So if we used 0x3F (63) we would run the clock at 75% which gives us 6MHz. If we ran at 191 (0xBF) this means that CAL7 bit is on so we would run at 150% of 8MHz which is 12MHz. This would mean we are way beyond the warning on 8.8Mhz but this is what the original code was doing. Perhaps the original code is configured for a different MCU, nevertheless let’s fix it up so the maximum will be 8.8MHz. As per the datasheet it says we shouldn’t change the calibration in more than 0x20 (32) steps but even then an increase or decrease of 32 is a pretty big step. We can calculate that since 0x3F (63) is 50% it would give us 0.79 for each 1%, thus a 32 digit increase in theory would give us 25% to 12MHz still too high for our 8.25MHz requirement. But before we look at the code being used, we need to look at a graph on page 199 which shows us the oscillator frequency vs OSCCAL value. This is very important because we can clearly see that it’s not as straight cut as we would have thought. For example, our estimate of 191 being 12MHz is wrong it’s actually more like 10MHz and if we were to use an OSCCAL close to 128 like 125 or 131, I would have thought it would be very close to 8MHz but it turns out it’s not quite that way as you see. From looking at the graph our ideal values could be around 112 or 160 for a oscillator clock of 8.25MHz.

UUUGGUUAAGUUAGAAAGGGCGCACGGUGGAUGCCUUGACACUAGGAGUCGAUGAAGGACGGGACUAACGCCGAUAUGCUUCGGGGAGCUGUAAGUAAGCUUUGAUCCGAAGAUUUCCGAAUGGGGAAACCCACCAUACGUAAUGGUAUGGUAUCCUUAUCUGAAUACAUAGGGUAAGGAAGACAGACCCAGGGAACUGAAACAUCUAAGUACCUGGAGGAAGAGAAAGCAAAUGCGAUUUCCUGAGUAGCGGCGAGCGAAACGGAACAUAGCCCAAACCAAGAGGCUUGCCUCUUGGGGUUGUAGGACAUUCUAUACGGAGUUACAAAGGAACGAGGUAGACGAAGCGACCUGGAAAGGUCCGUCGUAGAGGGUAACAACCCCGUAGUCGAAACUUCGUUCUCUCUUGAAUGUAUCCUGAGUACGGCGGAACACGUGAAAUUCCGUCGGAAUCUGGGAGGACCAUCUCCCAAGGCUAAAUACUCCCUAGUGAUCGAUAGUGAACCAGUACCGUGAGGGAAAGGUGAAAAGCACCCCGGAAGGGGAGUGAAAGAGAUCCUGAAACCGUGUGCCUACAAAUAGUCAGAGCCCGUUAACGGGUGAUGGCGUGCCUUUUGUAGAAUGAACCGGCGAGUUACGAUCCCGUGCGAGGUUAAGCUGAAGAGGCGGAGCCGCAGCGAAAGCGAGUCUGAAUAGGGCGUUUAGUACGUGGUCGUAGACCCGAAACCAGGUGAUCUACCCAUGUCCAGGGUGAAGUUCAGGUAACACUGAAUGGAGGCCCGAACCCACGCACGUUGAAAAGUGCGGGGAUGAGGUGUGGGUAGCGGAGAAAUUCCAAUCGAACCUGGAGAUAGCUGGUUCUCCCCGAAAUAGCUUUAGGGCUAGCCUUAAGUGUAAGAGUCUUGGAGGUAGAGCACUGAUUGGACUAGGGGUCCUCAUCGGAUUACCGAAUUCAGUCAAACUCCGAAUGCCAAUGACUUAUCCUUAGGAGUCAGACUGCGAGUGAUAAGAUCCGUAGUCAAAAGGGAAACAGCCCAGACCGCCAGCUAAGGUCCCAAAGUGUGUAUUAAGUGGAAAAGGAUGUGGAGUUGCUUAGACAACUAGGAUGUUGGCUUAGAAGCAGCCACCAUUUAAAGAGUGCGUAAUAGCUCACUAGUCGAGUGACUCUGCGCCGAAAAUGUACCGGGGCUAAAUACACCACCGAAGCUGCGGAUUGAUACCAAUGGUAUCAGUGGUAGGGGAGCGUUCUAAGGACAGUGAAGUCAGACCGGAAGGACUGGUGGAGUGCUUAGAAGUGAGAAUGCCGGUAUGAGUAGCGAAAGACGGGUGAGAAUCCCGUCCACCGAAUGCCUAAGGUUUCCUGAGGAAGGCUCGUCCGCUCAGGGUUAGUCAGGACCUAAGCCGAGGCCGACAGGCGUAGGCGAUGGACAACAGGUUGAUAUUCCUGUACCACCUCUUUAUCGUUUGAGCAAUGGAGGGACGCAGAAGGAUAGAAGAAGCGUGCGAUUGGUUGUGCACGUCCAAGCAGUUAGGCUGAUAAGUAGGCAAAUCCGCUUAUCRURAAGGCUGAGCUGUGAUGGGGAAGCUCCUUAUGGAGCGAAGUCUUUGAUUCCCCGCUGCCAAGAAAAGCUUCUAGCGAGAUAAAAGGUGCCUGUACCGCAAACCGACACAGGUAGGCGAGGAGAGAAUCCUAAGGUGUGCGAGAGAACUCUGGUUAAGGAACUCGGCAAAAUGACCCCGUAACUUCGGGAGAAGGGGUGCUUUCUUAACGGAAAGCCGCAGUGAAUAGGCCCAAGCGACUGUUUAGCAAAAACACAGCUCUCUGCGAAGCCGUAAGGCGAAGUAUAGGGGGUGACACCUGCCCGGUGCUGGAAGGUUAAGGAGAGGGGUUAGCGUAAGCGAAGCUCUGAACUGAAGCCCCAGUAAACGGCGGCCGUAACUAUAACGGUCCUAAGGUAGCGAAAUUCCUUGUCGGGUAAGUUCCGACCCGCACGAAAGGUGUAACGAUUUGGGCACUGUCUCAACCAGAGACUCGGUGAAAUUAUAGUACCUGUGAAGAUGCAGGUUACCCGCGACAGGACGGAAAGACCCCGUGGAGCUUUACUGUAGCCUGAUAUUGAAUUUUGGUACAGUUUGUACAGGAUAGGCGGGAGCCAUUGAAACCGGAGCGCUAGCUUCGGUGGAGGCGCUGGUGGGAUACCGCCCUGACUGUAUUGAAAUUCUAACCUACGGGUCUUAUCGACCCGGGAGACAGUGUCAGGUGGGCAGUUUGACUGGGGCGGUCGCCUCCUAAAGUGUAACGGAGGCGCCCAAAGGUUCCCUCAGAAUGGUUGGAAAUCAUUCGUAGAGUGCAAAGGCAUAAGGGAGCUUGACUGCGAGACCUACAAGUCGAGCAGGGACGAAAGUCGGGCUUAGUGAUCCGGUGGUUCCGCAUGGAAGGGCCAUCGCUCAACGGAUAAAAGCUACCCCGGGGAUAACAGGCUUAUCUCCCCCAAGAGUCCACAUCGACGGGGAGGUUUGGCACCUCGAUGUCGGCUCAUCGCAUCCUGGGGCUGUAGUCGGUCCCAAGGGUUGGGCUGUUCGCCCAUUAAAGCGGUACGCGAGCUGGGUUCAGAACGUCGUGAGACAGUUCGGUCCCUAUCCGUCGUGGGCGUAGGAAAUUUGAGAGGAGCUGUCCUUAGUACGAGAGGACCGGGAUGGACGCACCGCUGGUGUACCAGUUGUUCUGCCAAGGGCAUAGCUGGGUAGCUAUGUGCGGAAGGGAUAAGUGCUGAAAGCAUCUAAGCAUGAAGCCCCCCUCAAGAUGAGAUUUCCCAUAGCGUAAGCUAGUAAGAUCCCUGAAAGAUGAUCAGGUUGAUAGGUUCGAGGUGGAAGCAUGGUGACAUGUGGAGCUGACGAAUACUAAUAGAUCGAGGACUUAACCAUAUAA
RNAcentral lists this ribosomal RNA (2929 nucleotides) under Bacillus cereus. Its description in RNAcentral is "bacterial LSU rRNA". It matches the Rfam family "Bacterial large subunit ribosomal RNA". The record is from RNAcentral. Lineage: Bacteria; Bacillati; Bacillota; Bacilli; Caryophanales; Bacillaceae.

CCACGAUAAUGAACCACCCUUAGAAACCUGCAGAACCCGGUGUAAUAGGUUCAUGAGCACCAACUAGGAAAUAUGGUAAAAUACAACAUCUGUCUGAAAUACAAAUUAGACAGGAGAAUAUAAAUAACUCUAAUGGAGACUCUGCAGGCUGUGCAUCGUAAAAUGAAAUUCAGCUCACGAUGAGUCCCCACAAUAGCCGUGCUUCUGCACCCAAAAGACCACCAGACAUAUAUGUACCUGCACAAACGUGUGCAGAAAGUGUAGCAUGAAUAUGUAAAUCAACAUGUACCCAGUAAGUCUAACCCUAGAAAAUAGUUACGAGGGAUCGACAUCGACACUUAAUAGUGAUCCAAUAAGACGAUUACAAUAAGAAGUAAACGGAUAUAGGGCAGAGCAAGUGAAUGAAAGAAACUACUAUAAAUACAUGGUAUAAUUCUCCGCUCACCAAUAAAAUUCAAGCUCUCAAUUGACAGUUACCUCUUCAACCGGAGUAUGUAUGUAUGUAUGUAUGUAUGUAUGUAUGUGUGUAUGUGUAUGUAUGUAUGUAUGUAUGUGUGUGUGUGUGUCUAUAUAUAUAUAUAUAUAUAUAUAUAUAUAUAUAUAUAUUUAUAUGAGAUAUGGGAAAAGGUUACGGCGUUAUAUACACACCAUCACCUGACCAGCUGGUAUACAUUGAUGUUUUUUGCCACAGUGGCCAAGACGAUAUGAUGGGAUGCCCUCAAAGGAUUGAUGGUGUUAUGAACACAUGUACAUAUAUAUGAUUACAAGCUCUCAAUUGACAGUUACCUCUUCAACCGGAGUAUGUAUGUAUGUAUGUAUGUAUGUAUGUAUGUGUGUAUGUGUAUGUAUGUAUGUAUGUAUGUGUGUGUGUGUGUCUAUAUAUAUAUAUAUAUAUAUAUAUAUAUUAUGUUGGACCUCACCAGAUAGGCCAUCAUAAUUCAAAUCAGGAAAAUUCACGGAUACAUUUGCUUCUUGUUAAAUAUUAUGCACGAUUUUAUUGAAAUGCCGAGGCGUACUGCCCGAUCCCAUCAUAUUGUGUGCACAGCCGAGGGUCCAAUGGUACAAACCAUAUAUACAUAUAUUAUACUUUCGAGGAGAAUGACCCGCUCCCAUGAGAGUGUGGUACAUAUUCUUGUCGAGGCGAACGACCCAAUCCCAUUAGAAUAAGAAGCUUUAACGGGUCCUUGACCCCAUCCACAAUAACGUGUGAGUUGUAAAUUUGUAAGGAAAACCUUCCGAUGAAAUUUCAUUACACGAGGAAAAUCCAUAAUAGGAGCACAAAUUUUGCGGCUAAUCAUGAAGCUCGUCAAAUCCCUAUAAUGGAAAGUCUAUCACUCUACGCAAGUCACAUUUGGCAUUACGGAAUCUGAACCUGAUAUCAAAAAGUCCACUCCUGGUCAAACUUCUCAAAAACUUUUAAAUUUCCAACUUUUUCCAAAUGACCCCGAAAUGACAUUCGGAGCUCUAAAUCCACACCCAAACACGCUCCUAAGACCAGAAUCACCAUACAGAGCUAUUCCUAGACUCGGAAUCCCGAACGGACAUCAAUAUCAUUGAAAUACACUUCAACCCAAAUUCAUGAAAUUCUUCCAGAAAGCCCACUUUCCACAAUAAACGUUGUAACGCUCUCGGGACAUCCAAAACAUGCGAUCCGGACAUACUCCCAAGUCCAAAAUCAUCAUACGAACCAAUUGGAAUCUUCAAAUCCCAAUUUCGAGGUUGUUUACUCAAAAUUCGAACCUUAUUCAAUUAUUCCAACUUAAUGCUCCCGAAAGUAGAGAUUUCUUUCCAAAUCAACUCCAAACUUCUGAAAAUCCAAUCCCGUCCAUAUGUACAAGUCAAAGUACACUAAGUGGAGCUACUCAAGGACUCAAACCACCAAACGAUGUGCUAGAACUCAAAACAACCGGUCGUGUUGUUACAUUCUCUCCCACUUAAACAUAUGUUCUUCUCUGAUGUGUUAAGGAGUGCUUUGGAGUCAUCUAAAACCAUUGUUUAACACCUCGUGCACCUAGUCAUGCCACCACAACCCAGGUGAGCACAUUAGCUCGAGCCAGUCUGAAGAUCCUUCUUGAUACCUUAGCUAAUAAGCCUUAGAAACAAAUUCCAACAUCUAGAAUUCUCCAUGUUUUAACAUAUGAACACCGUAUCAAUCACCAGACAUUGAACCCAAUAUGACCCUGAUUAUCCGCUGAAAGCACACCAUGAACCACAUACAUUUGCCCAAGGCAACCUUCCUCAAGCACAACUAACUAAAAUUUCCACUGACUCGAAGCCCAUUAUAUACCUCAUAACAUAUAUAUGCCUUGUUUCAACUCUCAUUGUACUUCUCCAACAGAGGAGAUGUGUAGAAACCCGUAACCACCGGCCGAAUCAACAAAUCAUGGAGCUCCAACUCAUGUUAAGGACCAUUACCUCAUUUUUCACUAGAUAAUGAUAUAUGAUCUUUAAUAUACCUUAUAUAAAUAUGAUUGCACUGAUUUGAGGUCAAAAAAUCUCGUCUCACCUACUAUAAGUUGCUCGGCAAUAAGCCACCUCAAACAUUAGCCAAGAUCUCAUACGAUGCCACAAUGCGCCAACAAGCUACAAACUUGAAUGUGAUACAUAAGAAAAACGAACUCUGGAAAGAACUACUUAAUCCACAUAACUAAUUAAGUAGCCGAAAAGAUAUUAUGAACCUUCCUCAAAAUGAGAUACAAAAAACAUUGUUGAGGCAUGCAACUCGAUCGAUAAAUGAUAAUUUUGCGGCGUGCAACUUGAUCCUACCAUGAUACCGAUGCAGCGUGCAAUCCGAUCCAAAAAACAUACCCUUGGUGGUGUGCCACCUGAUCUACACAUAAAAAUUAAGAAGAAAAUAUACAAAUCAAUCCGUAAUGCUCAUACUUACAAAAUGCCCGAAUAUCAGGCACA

Let’s take a look at what the original code was doing. We can do this easily by moving the code to Tiny C Compiler which is a simple way run some C code. Download TCC and extract it to any directory. You compile things by running tcc <file.c> in a command prompt and then run <file>.exe.

#include
#include
#include

int main(int argc, char **argv) {

int OSCCAL = 0;
int step = 128;
int trialValue = 0, optimumValue;
int x;

/* do a binary search: */
do{